And it’s not like you need to tap on every single event or table leg that’s supporting a “tabletop” because the “Generalization Effect” in EFT eventually kicks in and takes care of the rest.
Another question to come up with “table legs” is: “How is this issue showing up in your life?”. Basically, any question that allows us to come up with a time and place where we can see the issue at play (even if only an aspect of it), or that allows us to come up with a “picture” or “movie”. When we find a “table leg” it means we were able to go from the “global and abstract” to the “specific, tangible and concrete”.
So, to further clarify, let’s see some examples of “tabletops”:
- A belief, such as “I’m not intelligent”.
- A habit we’d like to change, such as procrastination.
- A physical symptom (or, rather, the emotional contributing factors to a physical symptom).
- A certain fear or phobia.
And let’s look at some examples of specific events “table legs” for the “tabletops” above:
- “The time when I was the only kid to fail the math exam in my class” (which contributed to the belief that “I’m not intelligent”).
- “Imagining my cousin Claudia criticizing the video I create to promote my business, she might say that I don’t know what I’m talking about”. This “future event” might be one of the reasons why I’m procrastinating on creating that video.
- “The time when I injured my leg while dancing”. This potentially traumatic event (because of the physical harm the body had to go through) might be contributing to the pain in my leg, and is something that might be best worked on with the help of an EFT practitioner.
- “The time when I watched that movie of an airplane crash as a kid and I was so scared”. This memory might be contributing to my fear of flying.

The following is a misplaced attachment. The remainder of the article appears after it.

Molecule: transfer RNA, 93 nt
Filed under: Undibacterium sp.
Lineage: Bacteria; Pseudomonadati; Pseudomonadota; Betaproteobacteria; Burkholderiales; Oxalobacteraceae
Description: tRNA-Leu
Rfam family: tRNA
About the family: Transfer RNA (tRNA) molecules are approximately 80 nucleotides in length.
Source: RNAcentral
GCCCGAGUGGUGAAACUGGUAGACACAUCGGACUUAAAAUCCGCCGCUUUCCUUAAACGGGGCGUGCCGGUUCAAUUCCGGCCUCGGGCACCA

Each “table leg” might have several emotionally charged aspects that need to be tapped on.
For example, the memory of “the time when I was the only kid to fail the math exam in my class” might include the aspects of “the sadness I feel now when I remember the look of disappointment in my teacher’s face”, and “the embarrassment I feel now when I remember how my friend laughed at me for having failed such an easy exam”.
So, to recap, a “tabletop” is a global or general problem, issue or belief. And the “table legs” are the emotionally charged specific events you might want to tap on in order to make progress on resolving the “tabletop” issue.
That’s it for today. I hope this article was helpful to you. My name is Bruno Sade, and I’m a certified EFT practitioner with a mental health background as a clinical psychologist licensed in Argentina. I use EFT as a tool to help people (who speak English or Spanish) change their negative emotional reactions.
And, I’d love to know: What are some of the ways you tend to come up with specific events or “table legs” to tap on? Do you have any questions or comments about what I wrote? Is there any particular topic you’d like me to write about? I’d love to know in the comments below.